This is part three of my series on Contraceptive Culture. I've decided to write on a few topics that are of major concern to me. If you would like to guest post, please comment, and we can get in touch.
Before diving into the topic of today's post, I'd like to clarify what I mean by "Contraceptive Culture," and discuss its similarities to the term "Contraceptive Mentality." For the purposes of this series, I've been discussing contraceptive culture as a mode in which our society operates, its language and ideology produced by a contraceptive mentality. It is a mentality that fundamentally separates the unitive and procreative aspects of the marital act, such that babies are no longer "natural" or necessary to the marital act. This mentality, has become so ubiquitous and pervasive since the widespread acceptance of artificial birth control (and even prior to it) that it has become a cultural way of thinking, and therefore has created a contraceptive culture. It has bled into every aspect of what are considered "cultural norms," even so that people who are staunchly against artificial birth control nevertheless have adopted the contraceptive mentality. The topics I've been discussing in this series are manifestations of the contraceptive mentality and its resulting culture in our society.
And now, on to our post for today. This one is especially interesting to me because it speaks to just how much we, as a Catholic culture, have allowed the contraceptive mentality to seep into our ways of thinking, even while we are consciously and deliberately opposing contraception.
Now that I have a girl, and will be having a boy, I've already received comments such as, "Oh good, now you can be done!" or "Oh, perfect. The perfect family!" or "Since you're not having another girl, can I have your baby girl clothes?" (seriously, someone asked me that.) As if I don't hope and pray that with PCOS and a devastating loss in my past, I can still accept as many children as God will give me. And as if the "perfect family" has only to do with the number and gender of the children I have.
Yet comments like these betray the contraceptive mentality and the expectations it puts on our culture so poignantly. And even when we purposely oppose this mentality, we can still be made to feel as if we've failed at it.
Please read Dwija's post, "NFP doesn't work. You have so many kids!" if you haven't already. **Please note that I am aware that some parts of this post, and some of the comments, will strike those struggling with infertility and subfertility. I don't suggest this reading without being fully aware of that. I will say right up front, I obviously cannot relate to the problem of having what society deems as "too many children." And those dealing with childlessness are dealing with the converse and simultaneously mixed message of a society that is telling them, "Um, you know how to have kids, right? You just stop using birth control/relax/pray harder/try IVF/all-the-other-asinine-advice-you've-ever-been-given-about-conceiving."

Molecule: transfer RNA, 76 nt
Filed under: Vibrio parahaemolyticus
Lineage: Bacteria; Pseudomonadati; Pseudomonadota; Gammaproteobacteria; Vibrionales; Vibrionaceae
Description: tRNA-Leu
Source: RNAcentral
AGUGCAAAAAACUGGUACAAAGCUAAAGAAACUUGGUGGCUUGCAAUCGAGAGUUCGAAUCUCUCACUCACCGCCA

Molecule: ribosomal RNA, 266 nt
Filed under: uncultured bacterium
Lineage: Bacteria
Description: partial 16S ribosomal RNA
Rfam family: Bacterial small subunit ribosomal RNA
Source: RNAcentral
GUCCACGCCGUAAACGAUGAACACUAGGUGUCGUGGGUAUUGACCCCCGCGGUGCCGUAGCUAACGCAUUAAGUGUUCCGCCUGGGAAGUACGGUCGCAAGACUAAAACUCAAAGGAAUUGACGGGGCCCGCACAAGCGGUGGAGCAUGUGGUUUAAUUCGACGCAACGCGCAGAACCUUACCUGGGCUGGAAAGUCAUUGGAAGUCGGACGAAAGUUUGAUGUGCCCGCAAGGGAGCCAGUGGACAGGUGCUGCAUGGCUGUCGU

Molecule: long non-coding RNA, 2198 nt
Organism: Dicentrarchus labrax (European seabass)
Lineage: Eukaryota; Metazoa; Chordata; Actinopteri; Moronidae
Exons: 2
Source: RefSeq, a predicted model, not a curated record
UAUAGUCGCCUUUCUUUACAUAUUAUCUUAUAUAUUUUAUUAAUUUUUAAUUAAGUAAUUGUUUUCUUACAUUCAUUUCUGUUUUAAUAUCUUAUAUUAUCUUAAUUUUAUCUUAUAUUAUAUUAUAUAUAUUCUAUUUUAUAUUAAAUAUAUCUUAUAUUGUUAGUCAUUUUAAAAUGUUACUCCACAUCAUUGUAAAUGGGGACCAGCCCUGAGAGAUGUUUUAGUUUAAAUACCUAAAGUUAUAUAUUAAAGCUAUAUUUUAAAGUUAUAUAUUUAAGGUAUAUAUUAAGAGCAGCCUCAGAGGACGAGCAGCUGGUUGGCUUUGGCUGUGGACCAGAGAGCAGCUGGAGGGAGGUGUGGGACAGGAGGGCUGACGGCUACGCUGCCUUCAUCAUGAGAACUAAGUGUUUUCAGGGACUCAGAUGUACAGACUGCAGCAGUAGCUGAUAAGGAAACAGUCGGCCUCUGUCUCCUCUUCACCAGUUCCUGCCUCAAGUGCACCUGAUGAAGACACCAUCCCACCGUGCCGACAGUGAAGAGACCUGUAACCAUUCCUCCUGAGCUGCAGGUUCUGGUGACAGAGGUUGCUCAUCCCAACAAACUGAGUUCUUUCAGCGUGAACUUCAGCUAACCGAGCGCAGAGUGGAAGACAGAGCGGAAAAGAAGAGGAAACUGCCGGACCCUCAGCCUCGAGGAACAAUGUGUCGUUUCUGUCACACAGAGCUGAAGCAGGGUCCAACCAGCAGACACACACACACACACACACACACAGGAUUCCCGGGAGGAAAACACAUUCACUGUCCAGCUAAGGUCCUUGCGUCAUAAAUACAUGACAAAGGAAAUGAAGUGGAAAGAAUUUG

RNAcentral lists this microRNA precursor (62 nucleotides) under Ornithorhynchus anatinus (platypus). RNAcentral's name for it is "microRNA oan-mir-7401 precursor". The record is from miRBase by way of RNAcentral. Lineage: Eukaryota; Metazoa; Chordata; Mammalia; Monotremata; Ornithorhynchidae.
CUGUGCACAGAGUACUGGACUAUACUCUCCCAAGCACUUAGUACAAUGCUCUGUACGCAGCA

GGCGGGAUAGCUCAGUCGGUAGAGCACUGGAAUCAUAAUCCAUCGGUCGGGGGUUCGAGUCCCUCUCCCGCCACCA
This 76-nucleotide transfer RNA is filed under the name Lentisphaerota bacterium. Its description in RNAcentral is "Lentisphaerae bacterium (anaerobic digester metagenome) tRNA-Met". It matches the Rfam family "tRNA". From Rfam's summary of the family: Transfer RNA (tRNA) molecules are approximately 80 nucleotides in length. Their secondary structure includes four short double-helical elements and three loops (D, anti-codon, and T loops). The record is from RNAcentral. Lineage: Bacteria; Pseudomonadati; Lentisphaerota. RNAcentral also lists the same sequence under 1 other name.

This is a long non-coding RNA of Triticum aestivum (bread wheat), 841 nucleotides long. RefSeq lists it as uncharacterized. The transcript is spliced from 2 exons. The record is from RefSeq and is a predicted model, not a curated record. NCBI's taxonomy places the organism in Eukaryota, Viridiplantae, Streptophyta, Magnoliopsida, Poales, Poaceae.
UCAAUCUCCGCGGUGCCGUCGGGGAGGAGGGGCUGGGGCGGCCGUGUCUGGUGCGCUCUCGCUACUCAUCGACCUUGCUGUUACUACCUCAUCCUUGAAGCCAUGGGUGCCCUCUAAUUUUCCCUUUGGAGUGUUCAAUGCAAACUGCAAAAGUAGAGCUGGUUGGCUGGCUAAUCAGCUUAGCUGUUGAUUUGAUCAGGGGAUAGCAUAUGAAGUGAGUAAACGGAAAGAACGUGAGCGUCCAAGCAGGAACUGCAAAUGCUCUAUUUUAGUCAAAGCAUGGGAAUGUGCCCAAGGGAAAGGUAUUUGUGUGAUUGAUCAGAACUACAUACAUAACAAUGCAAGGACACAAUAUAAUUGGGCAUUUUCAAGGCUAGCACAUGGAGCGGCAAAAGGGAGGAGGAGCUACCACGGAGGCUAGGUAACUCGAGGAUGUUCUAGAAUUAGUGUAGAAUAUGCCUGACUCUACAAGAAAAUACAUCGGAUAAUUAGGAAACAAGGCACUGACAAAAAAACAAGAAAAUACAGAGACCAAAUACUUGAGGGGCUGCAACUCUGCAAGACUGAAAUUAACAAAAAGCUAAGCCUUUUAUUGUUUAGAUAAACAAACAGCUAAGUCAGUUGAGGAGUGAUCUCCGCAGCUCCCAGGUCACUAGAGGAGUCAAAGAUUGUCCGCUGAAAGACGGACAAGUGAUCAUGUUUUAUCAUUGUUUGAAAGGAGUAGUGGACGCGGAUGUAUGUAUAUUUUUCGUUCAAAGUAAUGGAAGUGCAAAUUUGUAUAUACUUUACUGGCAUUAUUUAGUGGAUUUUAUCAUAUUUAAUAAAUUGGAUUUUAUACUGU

And this woman, struggling with infertility, must face other, more particular and scary demons in this contraceptive culture. And how twisted is that? The devil can twist the truth to points completely illogical and confounding. However, for the sake of discussion on the topic of contraceptive culture, I think reading it is really important.
Have you read it yet? Well, go read it. Then come back here for a quick follow up.
Dwija's post could easily stand alone, I think, without me having to repost it. Still, I think it is worth highlighting that the entire reason that Dwija had to write such a post (and a really good one in my opinion) is because the contraceptive mentality has invaded even our own thinking about having children. It is such that the inability or unwillingness to actively prevent and limit children in marriage with NFP is a social FAILURE. The contraceptive culture says, "Hello? Don't you know you can prevent having more than two children? You should really get a handle on that. Stop using NFP and use birth control instead. NFP doesn't work."
And, as Dwija says, what we should be saying to these people is, among other things, "Hello? NFP isn't meant to be a child prevention technique. It's a method that creates fertility awareness, and I'm not stupid. My goal isn't necessarily to prevent children."
But we don't. Instead, we tell ourselves and the world, "Oh, I have more than two children. I am a failure at child prevention." This is how penetrating the contraceptive mentality really is.